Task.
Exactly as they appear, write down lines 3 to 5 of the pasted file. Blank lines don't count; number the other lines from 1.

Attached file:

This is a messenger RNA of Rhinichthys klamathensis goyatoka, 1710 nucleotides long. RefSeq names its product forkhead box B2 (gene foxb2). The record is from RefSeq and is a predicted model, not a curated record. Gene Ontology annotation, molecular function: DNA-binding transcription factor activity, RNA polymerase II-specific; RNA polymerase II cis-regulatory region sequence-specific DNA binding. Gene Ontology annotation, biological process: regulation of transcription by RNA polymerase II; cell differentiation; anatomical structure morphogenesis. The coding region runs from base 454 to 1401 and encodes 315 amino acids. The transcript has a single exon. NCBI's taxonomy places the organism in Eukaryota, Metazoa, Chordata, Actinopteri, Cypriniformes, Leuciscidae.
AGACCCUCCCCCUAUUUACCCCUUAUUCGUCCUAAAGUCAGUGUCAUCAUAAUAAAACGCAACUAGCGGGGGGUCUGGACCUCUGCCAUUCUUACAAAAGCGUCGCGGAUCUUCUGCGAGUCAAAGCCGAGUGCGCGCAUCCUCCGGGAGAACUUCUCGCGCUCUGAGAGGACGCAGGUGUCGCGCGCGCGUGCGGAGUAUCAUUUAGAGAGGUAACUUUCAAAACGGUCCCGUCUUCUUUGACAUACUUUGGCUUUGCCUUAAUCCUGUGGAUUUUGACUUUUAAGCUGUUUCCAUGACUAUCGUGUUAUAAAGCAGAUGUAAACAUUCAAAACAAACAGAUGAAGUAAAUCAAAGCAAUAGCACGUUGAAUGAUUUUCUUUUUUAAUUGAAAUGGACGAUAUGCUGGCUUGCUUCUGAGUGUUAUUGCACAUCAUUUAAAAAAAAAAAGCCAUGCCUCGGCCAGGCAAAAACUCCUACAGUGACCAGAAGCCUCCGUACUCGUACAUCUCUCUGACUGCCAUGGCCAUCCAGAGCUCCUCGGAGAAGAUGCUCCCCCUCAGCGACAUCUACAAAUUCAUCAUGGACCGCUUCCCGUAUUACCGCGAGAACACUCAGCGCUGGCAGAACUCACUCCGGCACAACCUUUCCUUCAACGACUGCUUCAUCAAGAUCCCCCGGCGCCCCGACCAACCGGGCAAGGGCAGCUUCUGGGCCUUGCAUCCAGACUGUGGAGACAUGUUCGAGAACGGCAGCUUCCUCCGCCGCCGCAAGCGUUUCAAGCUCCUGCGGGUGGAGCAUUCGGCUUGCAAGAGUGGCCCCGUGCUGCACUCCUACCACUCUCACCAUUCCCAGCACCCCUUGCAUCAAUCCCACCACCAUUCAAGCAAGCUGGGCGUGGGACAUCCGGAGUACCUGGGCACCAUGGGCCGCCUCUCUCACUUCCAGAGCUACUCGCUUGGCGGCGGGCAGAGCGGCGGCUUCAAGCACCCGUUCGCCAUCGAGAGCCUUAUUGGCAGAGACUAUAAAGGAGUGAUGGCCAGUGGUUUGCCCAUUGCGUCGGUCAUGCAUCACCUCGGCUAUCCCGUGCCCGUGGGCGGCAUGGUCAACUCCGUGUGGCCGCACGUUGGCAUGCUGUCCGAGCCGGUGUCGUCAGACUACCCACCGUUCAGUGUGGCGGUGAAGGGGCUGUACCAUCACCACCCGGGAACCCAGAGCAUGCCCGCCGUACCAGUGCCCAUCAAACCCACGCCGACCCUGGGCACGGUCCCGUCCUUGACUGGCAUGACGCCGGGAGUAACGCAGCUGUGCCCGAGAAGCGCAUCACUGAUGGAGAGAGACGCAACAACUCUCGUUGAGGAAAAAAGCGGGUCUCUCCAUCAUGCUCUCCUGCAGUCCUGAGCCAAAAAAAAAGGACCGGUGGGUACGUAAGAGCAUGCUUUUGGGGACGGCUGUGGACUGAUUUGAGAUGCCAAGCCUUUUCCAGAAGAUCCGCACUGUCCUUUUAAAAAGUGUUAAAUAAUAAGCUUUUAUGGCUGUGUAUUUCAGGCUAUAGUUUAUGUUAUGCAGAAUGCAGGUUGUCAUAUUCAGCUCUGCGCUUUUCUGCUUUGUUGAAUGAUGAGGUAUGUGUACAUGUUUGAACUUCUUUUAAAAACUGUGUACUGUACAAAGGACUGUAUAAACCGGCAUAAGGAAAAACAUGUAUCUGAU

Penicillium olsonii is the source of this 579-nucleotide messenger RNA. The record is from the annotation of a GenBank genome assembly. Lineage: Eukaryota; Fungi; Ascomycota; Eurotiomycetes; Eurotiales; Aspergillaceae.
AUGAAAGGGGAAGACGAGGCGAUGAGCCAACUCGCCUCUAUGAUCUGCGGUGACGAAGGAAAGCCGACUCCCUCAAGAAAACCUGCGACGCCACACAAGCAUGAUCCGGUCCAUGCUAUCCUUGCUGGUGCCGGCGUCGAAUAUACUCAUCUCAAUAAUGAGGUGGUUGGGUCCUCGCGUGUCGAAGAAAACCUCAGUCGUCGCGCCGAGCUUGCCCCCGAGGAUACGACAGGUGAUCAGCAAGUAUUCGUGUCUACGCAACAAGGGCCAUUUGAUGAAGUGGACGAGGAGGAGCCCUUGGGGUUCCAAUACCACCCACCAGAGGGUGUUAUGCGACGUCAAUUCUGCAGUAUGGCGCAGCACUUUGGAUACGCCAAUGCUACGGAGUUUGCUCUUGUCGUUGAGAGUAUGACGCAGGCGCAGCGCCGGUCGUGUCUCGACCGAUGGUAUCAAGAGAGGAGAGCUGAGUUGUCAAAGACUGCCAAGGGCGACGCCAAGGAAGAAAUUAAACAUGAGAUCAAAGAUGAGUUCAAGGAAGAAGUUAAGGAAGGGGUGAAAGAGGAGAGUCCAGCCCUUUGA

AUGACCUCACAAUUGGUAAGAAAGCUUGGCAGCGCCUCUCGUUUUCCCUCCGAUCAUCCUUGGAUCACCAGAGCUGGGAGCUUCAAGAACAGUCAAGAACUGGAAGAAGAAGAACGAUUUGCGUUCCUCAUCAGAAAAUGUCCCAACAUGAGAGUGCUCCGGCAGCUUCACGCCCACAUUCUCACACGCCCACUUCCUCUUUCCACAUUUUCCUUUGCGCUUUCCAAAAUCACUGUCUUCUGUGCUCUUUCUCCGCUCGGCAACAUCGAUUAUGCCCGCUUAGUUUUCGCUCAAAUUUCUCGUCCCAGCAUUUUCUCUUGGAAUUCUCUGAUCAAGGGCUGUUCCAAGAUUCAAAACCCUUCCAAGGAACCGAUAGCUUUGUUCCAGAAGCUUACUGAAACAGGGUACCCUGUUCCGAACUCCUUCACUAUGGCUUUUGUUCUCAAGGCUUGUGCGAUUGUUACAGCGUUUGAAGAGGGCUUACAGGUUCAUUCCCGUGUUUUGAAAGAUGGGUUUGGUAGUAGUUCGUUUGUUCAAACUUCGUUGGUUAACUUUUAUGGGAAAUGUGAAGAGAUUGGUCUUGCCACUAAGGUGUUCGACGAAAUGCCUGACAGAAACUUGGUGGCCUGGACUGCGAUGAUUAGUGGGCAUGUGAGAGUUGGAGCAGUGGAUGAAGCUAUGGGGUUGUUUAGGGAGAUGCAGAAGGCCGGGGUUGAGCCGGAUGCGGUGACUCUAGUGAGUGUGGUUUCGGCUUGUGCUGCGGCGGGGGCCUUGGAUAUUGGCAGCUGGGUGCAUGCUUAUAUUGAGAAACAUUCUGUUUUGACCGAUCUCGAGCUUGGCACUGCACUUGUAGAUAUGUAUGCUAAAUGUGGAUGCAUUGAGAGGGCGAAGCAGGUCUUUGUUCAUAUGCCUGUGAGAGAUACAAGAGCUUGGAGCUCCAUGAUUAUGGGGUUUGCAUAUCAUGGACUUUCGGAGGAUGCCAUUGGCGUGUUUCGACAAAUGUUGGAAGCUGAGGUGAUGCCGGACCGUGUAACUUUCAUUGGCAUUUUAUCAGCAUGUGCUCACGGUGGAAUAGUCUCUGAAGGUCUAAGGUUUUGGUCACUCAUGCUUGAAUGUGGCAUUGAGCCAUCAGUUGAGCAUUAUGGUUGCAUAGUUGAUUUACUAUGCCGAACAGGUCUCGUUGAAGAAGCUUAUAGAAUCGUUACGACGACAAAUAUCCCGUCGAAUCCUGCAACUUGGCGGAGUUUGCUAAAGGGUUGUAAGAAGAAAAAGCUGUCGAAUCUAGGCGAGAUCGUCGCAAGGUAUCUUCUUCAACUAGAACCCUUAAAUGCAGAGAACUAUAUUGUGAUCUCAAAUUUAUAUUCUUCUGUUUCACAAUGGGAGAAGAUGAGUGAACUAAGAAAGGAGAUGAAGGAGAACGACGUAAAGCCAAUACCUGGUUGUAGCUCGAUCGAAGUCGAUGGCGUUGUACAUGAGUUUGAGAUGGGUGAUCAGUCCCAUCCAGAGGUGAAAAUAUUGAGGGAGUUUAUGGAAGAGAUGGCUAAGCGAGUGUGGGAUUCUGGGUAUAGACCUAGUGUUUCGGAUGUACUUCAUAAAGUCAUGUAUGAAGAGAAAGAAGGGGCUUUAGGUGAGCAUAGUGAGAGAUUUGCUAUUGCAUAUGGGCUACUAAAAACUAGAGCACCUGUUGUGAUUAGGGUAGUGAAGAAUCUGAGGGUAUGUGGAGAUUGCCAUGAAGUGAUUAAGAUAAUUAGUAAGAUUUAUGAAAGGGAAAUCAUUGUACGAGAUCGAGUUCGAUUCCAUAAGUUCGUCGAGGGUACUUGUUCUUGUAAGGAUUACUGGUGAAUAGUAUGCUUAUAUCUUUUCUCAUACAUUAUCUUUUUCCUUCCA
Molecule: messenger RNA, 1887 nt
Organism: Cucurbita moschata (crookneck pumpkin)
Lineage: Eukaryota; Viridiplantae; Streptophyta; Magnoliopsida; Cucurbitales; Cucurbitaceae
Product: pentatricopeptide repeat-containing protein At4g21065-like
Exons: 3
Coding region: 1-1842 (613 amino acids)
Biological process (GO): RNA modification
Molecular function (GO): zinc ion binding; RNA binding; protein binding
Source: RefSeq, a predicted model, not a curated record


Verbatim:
Penicillium olsonii is the source of this 579-nucleotide messenger RNA. The record is from the annotation of a GenBank genome assembly. Lineage: Eukaryota; Fungi; Ascomycota; Eurotiomycetes; Eurotiales; Aspergillaceae.
AUGAAAGGGGAAGACGAGGCGAUGAGCCAACUCGCCUCUAUGAUCUGCGGUGACGAAGGAAAGCCGACUCCCUCAAGAAAACCUGCGACGCCACACAAGCAUGAUCCGGUCCAUGCUAUCCUUGCUGGUGCCGGCGUCGAAUAUACUCAUCUCAAUAAUGAGGUGGUUGGGUCCUCGCGUGUCGAAGAAAACCUCAGUCGUCGCGCCGAGCUUGCCCCCGAGGAUACGACAGGUGAUCAGCAAGUAUUCGUGUCUACGCAACAAGGGCCAUUUGAUGAAGUGGACGAGGAGGAGCCCUUGGGGUUCCAAUACCACCCACCAGAGGGUGUUAUGCGACGUCAAUUCUGCAGUAUGGCGCAGCACUUUGGAUACGCCAAUGCUACGGAGUUUGCUCUUGUCGUUGAGAGUAUGACGCAGGCGCAGCGCCGGUCGUGUCUCGACCGAUGGUAUCAAGAGAGGAGAGCUGAGUUGUCAAAGACUGCCAAGGGCGACGCCAAGGAAGAAAUUAAACAUGAGAUCAAAGAUGAGUUCAAGGAAGAAGUUAAGGAAGGGGUGAAAGAGGAGAGUCCAGCCCUUUGA

AUGACCUCACAAUUGGUAAGAAAGCUUGGCAGCGCCUCUCGUUUUCCCUCCGAUCAUCCUUGGAUCACCAGAGCUGGGAGCUUCAAGAACAGUCAAGAACUGGAAGAAGAAGAACGAUUUGCGUUCCUCAUCAGAAAAUGUCCCAACAUGAGAGUGCUCCGGCAGCUUCACGCCCACAUUCUCACACGCCCACUUCCUCUUUCCACAUUUUCCUUUGCGCUUUCCAAAAUCACUGUCUUCUGUGCUCUUUCUCCGCUCGGCAACAUCGAUUAUGCCCGCUUAGUUUUCGCUCAAAUUUCUCGUCCCAGCAUUUUCUCUUGGAAUUCUCUGAUCAAGGGCUGUUCCAAGAUUCAAAACCCUUCCAAGGAACCGAUAGCUUUGUUCCAGAAGCUUACUGAAACAGGGUACCCUGUUCCGAACUCCUUCACUAUGGCUUUUGUUCUCAAGGCUUGUGCGAUUGUUACAGCGUUUGAAGAGGGCUUACAGGUUCAUUCCCGUGUUUUGAAAGAUGGGUUUGGUAGUAGUUCGUUUGUUCAAACUUCGUUGGUUAACUUUUAUGGGAAAUGUGAAGAGAUUGGUCUUGCCACUAAGGUGUUCGACGAAAUGCCUGACAGAAACUUGGUGGCCUGGACUGCGAUGAUUAGUGGGCAUGUGAGAGUUGGAGCAGUGGAUGAAGCUAUGGGGUUGUUUAGGGAGAUGCAGAAGGCCGGGGUUGAGCCGGAUGCGGUGACUCUAGUGAGUGUGGUUUCGGCUUGUGCUGCGGCGGGGGCCUUGGAUAUUGGCAGCUGGGUGCAUGCUUAUAUUGAGAAACAUUCUGUUUUGACCGAUCUCGAGCUUGGCACUGCACUUGUAGAUAUGUAUGCUAAAUGUGGAUGCAUUGAGAGGGCGAAGCAGGUCUUUGUUCAUAUGCCUGUGAGAGAUACAAGAGCUUGGAGCUCCAUGAUUAUGGGGUUUGCAUAUCAUGGACUUUCGGAGGAUGCCAUUGGCGUGUUUCGACAAAUGUUGGAAGCUGAGGUGAUGCCGGACCGUGUAACUUUCAUUGGCAUUUUAUCAGCAUGUGCUCACGGUGGAAUAGUCUCUGAAGGUCUAAGGUUUUGGUCACUCAUGCUUGAAUGUGGCAUUGAGCCAUCAGUUGAGCAUUAUGGUUGCAUAGUUGAUUUACUAUGCCGAACAGGUCUCGUUGAAGAAGCUUAUAGAAUCGUUACGACGACAAAUAUCCCGUCGAAUCCUGCAACUUGGCGGAGUUUGCUAAAGGGUUGUAAGAAGAAAAAGCUGUCGAAUCUAGGCGAGAUCGUCGCAAGGUAUCUUCUUCAACUAGAACCCUUAAAUGCAGAGAACUAUAUUGUGAUCUCAAAUUUAUAUUCUUCUGUUUCACAAUGGGAGAAGAUGAGUGAACUAAGAAAGGAGAUGAAGGAGAACGACGUAAAGCCAAUACCUGGUUGUAGCUCGAUCGAAGUCGAUGGCGUUGUACAUGAGUUUGAGAUGGGUGAUCAGUCCCAUCCAGAGGUGAAAAUAUUGAGGGAGUUUAUGGAAGAGAUGGCUAAGCGAGUGUGGGAUUCUGGGUAUAGACCUAGUGUUUCGGAUGUACUUCAUAAAGUCAUGUAUGAAGAGAAAGAAGGGGCUUUAGGUGAGCAUAGUGAGAGAUUUGCUAUUGCAUAUGGGCUACUAAAAACUAGAGCACCUGUUGUGAUUAGGGUAGUGAAGAAUCUGAGGGUAUGUGGAGAUUGCCAUGAAGUGAUUAAGAUAAUUAGUAAGAUUUAUGAAAGGGAAAUCAUUGUACGAGAUCGAGUUCGAUUCCAUAAGUUCGUCGAGGGUACUUGUUCUUGUAAGGAUUACUGGUGAAUAGUAUGCUUAUAUCUUUUCUCAUACAUUAUCUUUUUCCUUCCA